August 11, 2007
A war of nerves that extends to the government and Liberal
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Democratic Party (LDP) has developed between Defense Minister Yuriko
Koike and Vice Defense Minister Takemasa Moriya over Koike's
decision to have Moriya retire in September. Having been in his post
over four years, Moriya, who had been saying, "I will decide when I
should retire," feels that his reputation has been besmirched, and
he is moving now to block the appointment of a former senior police
official picked by Koike as his successor.
On the morning of Aug. 7, Moriya, who first heard of the way he
would be treated from a newspaper report, stormed into Koike's
office to protest: "There are supposed to be consultations first
about personnel changes. But this was not the case at all." But
Koike coolly replied, "It is as the newspaper stated."
Since the passage of the bill to extend the Anti-terrorism Special
Measures Law will be the hottest item of the Diet agenda during the
extraordinary session this fall, Moriya has been telling everyone,
"I will be busy in the fall." He has extensive channels of
communication to both the ruling and opposition camps, and in the
view of one government source, "He is more like a politician type
than a bureaucrat." He has absolute confidence in being able to
operate in political circles. When Koizumi was prime minister,
Moriya was even able to dig into territory of Koizumi's private
secretary, Kaoru Iijima, and last year in June, when Koizumi visited
the US, Moriya accompanied him, which is unusual for an
administrative defense minister.
Moriya, since his appointment in Aug. 2003, has a record
accomplishments that have led to strengthening the ministry's
authority, such as the dispatch of SDF troops to Iraq, the
realignment of US forces in Japan, and the elevation of the Defense
Agency to a ministry. A senior ministry official confided, "If it
were not for the presence of Mr. Moriya, we would still have a
third-rate agency."
However, it has been pointed out that he built a long-term
administration by demoting those who did not agree with his views.
As a result, he created a situation in which, according to a former
Defense Agency chief, "there is no talented official suitable to be
vice minister down to the level of Kohei Masuda, who is four years
junior to Moriya (who entered the agency in 1971)."
Defense officials could always tell by looking at the color of
Moriya's face whether another disgraceful matter, such as the
leaking of classified information, had occurred. Regarding Moriya
himself, gossip would not go away that he has connections with
defense contractors. There were growing calls in the ministry for
him to retire soon.
Moriya probably has no intentions of clinging on to his position,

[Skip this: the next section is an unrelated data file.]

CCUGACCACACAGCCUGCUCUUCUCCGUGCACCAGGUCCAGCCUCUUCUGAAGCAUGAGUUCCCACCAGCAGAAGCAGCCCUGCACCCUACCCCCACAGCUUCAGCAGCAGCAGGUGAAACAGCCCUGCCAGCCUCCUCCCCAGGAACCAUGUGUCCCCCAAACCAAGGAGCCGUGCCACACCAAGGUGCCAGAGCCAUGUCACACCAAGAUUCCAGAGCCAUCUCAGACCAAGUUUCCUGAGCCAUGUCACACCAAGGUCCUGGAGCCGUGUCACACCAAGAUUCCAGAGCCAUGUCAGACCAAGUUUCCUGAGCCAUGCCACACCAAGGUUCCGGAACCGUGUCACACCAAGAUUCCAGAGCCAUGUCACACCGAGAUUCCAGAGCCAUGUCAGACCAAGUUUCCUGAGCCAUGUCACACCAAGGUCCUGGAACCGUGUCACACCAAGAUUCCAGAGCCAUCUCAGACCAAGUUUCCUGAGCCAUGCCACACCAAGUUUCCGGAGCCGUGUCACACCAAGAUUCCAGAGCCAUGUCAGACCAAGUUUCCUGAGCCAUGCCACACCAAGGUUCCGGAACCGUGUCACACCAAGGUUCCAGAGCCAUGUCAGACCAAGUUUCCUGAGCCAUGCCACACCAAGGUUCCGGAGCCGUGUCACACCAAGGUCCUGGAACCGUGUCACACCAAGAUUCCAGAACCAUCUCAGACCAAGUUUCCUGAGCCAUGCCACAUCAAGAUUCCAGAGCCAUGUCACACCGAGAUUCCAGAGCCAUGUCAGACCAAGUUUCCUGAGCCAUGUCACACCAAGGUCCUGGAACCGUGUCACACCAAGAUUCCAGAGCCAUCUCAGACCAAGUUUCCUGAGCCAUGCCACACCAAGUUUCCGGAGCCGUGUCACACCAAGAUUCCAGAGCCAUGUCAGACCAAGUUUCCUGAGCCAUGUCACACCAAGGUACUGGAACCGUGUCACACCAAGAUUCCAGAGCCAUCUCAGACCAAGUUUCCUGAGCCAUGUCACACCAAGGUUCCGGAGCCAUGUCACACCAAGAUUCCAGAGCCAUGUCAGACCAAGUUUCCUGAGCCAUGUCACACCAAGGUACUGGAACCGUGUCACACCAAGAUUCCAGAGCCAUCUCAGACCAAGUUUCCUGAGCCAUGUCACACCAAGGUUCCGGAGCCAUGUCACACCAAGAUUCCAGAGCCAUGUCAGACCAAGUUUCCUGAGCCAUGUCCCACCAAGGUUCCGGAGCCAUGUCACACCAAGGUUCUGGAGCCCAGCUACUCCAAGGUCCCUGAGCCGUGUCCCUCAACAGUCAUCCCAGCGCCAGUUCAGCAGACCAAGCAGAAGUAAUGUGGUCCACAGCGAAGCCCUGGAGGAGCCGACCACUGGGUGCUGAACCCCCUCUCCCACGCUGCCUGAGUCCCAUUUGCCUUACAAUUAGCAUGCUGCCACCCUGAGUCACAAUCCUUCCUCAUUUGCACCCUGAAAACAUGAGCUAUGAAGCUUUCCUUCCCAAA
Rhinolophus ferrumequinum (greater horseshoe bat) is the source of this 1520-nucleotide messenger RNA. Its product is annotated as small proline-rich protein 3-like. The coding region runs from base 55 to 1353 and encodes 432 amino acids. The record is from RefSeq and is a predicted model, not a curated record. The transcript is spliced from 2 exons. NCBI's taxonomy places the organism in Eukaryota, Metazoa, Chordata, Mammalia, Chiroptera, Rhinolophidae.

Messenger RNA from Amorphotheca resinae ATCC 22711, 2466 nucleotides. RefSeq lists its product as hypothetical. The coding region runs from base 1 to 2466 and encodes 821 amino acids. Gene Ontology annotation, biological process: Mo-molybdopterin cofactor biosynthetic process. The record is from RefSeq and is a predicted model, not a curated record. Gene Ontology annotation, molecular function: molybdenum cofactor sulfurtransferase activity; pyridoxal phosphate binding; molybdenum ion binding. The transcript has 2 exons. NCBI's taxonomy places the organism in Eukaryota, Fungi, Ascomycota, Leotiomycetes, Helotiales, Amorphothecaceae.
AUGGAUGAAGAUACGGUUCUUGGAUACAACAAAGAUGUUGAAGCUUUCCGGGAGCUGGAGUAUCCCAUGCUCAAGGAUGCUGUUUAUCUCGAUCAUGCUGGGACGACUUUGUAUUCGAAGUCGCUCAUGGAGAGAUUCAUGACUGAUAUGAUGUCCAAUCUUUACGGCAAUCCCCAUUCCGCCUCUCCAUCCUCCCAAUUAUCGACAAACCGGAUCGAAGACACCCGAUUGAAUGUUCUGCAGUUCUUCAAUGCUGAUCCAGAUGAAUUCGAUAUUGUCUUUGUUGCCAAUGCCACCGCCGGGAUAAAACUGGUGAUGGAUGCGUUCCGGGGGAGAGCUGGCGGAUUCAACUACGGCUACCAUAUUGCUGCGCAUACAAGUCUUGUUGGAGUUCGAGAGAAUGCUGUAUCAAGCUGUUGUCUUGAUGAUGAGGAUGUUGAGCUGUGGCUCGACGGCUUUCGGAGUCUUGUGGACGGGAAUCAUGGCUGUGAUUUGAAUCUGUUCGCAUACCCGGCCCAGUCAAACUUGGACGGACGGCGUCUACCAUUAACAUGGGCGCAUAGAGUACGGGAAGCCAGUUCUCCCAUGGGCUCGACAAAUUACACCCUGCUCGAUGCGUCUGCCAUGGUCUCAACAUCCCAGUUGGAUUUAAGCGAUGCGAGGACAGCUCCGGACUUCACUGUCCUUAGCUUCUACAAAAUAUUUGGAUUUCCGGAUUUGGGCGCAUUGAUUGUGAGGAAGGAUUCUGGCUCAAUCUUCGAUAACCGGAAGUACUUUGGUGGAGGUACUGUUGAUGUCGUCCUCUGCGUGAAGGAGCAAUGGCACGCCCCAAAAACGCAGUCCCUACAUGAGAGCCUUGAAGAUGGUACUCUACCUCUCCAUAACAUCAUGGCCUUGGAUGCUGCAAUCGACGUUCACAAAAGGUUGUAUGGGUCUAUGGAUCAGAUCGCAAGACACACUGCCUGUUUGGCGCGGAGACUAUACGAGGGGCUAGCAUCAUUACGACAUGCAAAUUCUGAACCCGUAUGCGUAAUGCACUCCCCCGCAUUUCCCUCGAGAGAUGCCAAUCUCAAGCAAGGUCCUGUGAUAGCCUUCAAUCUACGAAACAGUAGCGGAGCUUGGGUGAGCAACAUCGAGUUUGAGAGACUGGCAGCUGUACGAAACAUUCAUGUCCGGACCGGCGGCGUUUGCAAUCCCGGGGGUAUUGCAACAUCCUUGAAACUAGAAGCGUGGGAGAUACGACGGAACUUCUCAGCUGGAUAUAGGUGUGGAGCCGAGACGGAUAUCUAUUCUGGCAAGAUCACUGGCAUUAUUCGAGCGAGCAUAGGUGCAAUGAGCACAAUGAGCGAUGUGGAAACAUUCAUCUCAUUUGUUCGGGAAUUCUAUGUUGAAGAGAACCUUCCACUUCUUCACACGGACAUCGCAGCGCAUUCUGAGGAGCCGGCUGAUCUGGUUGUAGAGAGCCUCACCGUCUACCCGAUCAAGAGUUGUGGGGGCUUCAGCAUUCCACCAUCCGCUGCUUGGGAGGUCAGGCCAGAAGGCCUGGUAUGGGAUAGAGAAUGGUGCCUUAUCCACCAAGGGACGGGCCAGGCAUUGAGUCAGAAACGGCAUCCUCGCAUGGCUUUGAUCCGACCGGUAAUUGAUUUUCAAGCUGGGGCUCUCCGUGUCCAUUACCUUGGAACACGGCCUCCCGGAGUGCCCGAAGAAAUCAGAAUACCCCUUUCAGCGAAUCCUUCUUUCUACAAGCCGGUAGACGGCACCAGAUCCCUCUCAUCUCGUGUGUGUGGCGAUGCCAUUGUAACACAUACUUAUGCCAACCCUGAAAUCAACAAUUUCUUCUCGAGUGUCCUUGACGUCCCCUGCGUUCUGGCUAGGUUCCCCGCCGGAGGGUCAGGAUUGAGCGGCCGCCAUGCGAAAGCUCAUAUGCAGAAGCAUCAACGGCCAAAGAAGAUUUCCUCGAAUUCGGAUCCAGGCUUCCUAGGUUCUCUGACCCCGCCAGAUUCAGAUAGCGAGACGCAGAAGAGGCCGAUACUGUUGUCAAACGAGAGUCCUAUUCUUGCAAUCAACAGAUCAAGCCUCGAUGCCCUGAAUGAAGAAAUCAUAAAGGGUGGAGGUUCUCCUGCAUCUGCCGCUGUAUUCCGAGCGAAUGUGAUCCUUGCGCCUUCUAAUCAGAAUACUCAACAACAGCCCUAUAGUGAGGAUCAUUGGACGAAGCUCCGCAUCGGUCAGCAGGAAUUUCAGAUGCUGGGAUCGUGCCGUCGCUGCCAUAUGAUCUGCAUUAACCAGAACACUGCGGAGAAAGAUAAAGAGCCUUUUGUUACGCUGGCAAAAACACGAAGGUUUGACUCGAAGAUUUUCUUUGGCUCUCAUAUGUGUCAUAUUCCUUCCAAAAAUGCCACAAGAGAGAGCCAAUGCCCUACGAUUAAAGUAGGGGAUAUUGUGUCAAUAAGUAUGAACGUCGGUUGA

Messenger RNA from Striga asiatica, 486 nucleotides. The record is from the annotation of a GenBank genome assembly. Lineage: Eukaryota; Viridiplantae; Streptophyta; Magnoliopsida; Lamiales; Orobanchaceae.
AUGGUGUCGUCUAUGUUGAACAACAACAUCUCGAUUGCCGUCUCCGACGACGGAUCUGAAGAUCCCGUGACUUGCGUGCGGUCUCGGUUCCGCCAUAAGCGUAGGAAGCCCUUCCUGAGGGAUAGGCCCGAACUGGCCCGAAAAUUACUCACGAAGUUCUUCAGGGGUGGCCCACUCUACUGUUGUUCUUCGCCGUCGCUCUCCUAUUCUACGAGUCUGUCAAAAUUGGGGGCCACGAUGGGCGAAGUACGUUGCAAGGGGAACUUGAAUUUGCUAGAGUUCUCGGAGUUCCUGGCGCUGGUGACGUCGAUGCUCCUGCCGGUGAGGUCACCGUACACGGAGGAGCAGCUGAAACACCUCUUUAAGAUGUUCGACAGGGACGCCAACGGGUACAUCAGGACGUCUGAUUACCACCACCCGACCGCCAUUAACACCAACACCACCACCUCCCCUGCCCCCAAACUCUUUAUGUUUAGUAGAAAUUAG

but the name mentioned for his successor is Chief of the Secretariat
Tetsuya Nishikawa, who hails from the National Police Agency
(entered that agency in 1972). For Moriya, who had expected someone
hailing from the Defense Ministry, that person will be hard to
accept. He is developing a strategy to roll back the appointment.
Already criticism toward Koike has broken out in the government and
ruling camp for her having departed to the United States without
having fully set the groundwork ahead of time.
The one who was kept completely out of the loop in this whole
personnel affair was Chief Cabinet Secretary Yasuhisa Shiozaki, who
could not hide his displeasure about it when he told an aide, "The
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final decision will be made by a meeting of the cabinet
secretariat." Former LDP Vice President Taku Yamasaki stated on Aug.
9: "The leak about the change in vice minister came before the trip
to the US, but it could not have been done without the approval of
the prime minister."
Koike will begin to coordinate after she returns from the US on Aug.
11, but this uproar has suddenly changed the mood of welcome inside
the ministry toward the first female defense minister. One senior
ministry official spit out these words: "Koike aimed at completely
cleaning out Moriya's imprint with a coup d'etat triggered by
Nishikawa. I absolutely don't want Nishikawa to become vice
(22) Jiji poll: 27% want to see grand coalition between LDP and DPJ;
12% want LDP-New Komeito coalition to continue
TOKYO SHIMBUN (Page 2) (Full)
August 13, 2007
According to an opinion poll conducted by Jiji Press Aug. 3 - 5, the
largest number, or 27% , cited a coalition between the Liberal
Democratic Party (LDP) and the Democratic Party of Japan (DPJ or
Minshuto) as a desirable framework for administration. The result
apparently reflects the concern about the political situation
destabilizing due to the twist caused by the trading of places
between the ruling LDP and the DPJ in the Upper House following the
recent election.
Those who replied that it is desirable for the LDP and the New
Komeito to continue the present coalition government reached stood
at 11.9% . If this number is combined with 10.8% , who replied that
a single-party administration by the LDP is desirable, 22.7% of
respondents hoped for an LDP-led administration.
In the meantime, 22.8% replied that an administration led by the DPJ
is desirable. The breakdown comes down to a DPJ-led single-party
administration desired by 11.0% , a non-LDP coalition government
excluding the Japanese Communist Party (JCP) favored by 6.6% , and
an administration including the JCP, supported by 5.2% .
To the question of whom they would like to be LDP president, 17.1% ,
or the largest number, cited former Prime Minister Junichiro
Koizumi, followed by Foreign Minister Taro Aso at 14.9% and former
Chief Cabinet Secretary Yasuo Fukuda at 8.3% . The number of
respondents who cited incumbent Prime Minister Shinzo Abe was fourth
at 7.4% .
The survey targeted 2,000 men and women based on individual
interviews. The rate of valid replies came to 67.3% .